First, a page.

(KARACHI, Pakistan) — A Turkish airliner chartered by Holland America cruise line to evacuate passengers from its Westerdam cruise was abruptly turned around mid-flight Thursday, according to flight data and multiple sources.
The flight was carrying 283 citizens from multiple countries, including the United States, when it was forced to land in Karachi, Pakistan, instead of Istanbul, Turkey — its original destination.
A source familiar with the situation told ABC News the last-minute landing was because the Turkish government barred the aircraft from landing in the country over concerns about the novel coronavirus — setting off an international fiasco.
Holland America confirmed the incident, saying in a statement to ABC News that the chartered flight “was unexpectedly instructed by Turkish officials to turn around midway through its journey,” even though passengers on board had been cleared by the Cambodian Ministry of Health with a letter approved by the World Health Organization and the U.S. Centers for Disease Control and Prevention’s office in Cambodia, where the ship has been docked.
An 83-year old American woman who disembarked the cruise ship in Cambodia last weekend and flew to Malaysia was confirmed to have the virus that has infected nearly 76,000 people and killed over 2,100, the vast majority in China where it originated. She and her husband have been hospitalized in Kuala Lumpur, Malaysia, according to U.S. officials, setting off concerns that others on board the ship may have the virus, formally known as COVID-19.
But the Cambodian Ministry of Health announced Wednesday that all 781 Westerdam passengers remaining in the country had tested negative for COVID-19. The remaining passengers disembarked from the ship, while those who had stayed in hotels in the area were permitted to begin leaving Cambodia and fly home.
“Everyone is healthy, and now you just saw a number of buses leave,” said Orlando Ashford, president of Holland America, which owns the Westerdam. “We expect everybody to be on the way home in the next two days.”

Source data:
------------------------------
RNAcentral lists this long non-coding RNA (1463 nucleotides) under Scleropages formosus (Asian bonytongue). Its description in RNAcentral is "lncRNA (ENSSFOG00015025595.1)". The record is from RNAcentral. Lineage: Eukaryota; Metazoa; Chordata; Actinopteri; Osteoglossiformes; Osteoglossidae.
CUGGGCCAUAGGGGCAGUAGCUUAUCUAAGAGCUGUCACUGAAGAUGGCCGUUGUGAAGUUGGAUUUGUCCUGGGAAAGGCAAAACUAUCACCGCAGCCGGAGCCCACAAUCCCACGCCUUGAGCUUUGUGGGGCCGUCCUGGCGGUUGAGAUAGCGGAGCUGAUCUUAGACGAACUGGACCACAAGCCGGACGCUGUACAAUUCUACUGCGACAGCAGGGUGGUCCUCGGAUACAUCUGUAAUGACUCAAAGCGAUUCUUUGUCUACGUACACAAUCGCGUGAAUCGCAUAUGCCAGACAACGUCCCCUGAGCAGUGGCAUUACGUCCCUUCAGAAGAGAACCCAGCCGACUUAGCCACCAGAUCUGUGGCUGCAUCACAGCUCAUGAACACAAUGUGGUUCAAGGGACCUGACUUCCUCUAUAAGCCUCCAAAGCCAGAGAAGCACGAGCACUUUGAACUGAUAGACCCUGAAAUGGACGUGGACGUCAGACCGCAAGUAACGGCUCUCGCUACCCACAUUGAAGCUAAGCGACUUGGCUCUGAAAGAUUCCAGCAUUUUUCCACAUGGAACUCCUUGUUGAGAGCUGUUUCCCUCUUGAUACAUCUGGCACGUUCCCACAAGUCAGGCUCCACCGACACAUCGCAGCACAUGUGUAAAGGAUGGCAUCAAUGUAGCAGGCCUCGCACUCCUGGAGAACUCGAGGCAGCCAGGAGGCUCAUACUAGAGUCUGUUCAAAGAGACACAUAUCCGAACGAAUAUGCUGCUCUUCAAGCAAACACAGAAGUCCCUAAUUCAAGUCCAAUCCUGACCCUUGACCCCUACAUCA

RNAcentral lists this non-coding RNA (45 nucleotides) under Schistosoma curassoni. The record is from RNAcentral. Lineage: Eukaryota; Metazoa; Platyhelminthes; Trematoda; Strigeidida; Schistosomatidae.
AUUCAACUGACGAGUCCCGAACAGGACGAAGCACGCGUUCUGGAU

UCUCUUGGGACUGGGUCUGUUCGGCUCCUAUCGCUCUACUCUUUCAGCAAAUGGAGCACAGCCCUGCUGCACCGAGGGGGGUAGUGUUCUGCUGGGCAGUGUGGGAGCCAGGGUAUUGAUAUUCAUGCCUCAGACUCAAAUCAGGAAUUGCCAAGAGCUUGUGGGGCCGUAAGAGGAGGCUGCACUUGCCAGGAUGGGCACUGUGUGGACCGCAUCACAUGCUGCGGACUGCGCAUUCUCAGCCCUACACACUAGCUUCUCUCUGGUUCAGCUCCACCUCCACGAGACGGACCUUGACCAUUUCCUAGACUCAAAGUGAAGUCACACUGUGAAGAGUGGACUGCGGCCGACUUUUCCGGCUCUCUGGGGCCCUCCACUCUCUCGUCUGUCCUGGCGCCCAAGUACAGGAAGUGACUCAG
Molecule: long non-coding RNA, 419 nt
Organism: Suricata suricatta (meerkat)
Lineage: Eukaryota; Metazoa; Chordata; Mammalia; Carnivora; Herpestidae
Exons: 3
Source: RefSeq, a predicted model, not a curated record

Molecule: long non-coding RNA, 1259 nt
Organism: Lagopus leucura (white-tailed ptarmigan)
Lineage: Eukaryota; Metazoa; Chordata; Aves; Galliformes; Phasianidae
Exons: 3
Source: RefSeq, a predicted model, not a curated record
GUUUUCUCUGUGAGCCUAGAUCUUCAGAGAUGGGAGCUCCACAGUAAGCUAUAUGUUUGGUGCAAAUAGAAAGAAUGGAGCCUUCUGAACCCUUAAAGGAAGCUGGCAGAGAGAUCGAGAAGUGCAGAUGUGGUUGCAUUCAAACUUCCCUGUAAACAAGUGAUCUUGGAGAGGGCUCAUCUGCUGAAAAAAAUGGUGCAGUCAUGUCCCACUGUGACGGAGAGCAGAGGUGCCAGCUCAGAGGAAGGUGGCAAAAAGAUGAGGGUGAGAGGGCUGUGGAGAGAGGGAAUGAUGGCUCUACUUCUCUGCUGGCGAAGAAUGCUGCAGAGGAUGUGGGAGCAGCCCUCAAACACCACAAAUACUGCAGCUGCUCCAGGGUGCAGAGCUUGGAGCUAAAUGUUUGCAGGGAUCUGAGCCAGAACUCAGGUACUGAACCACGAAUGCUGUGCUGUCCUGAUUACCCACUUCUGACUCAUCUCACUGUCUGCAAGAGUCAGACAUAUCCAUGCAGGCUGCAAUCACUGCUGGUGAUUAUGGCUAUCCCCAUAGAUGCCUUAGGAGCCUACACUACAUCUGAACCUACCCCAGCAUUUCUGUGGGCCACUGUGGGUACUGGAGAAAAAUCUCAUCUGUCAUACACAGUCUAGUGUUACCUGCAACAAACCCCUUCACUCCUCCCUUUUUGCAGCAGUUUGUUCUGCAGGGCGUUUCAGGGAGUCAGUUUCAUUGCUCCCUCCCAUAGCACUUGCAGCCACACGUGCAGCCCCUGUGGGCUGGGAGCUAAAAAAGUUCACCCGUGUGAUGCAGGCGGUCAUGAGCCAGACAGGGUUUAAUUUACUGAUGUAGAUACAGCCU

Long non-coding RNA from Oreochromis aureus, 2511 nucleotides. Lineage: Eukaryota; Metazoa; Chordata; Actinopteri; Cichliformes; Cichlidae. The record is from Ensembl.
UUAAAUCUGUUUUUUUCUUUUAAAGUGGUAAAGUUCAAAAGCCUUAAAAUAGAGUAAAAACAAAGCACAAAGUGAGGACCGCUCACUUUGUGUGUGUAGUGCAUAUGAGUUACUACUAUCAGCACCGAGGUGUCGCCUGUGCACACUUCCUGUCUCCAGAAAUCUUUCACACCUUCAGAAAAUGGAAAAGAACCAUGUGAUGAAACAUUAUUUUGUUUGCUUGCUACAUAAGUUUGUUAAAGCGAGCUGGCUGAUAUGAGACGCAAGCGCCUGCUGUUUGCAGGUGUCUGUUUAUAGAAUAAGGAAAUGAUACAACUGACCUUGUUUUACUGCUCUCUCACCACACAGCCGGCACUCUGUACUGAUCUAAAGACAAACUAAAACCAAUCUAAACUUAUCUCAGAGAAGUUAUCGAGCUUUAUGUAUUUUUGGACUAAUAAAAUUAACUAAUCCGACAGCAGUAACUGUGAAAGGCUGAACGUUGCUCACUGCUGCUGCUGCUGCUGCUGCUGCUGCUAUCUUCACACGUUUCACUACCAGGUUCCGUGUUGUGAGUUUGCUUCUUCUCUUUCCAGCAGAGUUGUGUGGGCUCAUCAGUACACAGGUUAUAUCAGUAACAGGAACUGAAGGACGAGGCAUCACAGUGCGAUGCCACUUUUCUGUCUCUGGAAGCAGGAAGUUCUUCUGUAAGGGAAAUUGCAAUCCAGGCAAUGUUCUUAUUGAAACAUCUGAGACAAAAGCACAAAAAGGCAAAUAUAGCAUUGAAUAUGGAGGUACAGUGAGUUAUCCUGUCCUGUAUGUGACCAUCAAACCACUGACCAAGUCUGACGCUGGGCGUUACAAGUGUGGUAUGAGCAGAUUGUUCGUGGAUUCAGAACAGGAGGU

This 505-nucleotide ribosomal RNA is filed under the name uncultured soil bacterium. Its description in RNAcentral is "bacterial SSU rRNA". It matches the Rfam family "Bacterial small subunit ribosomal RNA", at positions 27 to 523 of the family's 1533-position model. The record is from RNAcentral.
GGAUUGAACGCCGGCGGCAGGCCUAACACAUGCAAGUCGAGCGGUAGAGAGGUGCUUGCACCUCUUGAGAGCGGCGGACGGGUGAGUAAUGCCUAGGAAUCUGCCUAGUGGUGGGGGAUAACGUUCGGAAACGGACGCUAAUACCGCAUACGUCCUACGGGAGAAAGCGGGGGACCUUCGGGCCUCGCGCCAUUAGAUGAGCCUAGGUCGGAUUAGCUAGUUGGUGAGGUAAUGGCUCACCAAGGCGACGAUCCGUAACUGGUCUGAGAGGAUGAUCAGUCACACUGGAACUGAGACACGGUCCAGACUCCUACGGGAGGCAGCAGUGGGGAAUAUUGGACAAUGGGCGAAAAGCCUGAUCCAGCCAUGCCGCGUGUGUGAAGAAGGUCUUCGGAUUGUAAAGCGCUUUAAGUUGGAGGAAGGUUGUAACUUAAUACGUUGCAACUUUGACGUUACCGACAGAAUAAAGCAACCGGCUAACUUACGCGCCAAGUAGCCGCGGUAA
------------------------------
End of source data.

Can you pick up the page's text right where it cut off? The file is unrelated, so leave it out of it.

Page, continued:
Among those trips home, Holland America chartered the Turkish Airlines flight to Istanbul, where passengers would be able to travel onward to their final destination.
While in the skies over Iran, Turkish Airlines Flight 3441 informed air traffic control that it had a “technical issue” and needed to land. An hour and 40 minutes later, it made a previously unscheduled landing at Karachi International Airport at around 9:50 p.m., local time, according to a Pakistani civil aviation official.
Before landing, air traffic control told the pilot, “No assistance is required upon arrival,” according to a recording of the exchange.
The emergency landing and rescinded invitation to Istanbul forced officials to scramble to find a new location for the plane to land. Consular officials from foreign countries in Karachi were awoken, according to the source, as they and other officials pressed the Turkish government to change its mind and then searched for a new location for the aircraft to land.
The aircraft took off again at 2:09 a.m., local time, and was heading to Amsterdam, according to flight data.
Holland America, Turkish Airlines and the Turkish embassy in Washington did not immediately respond to questions on Thursday.
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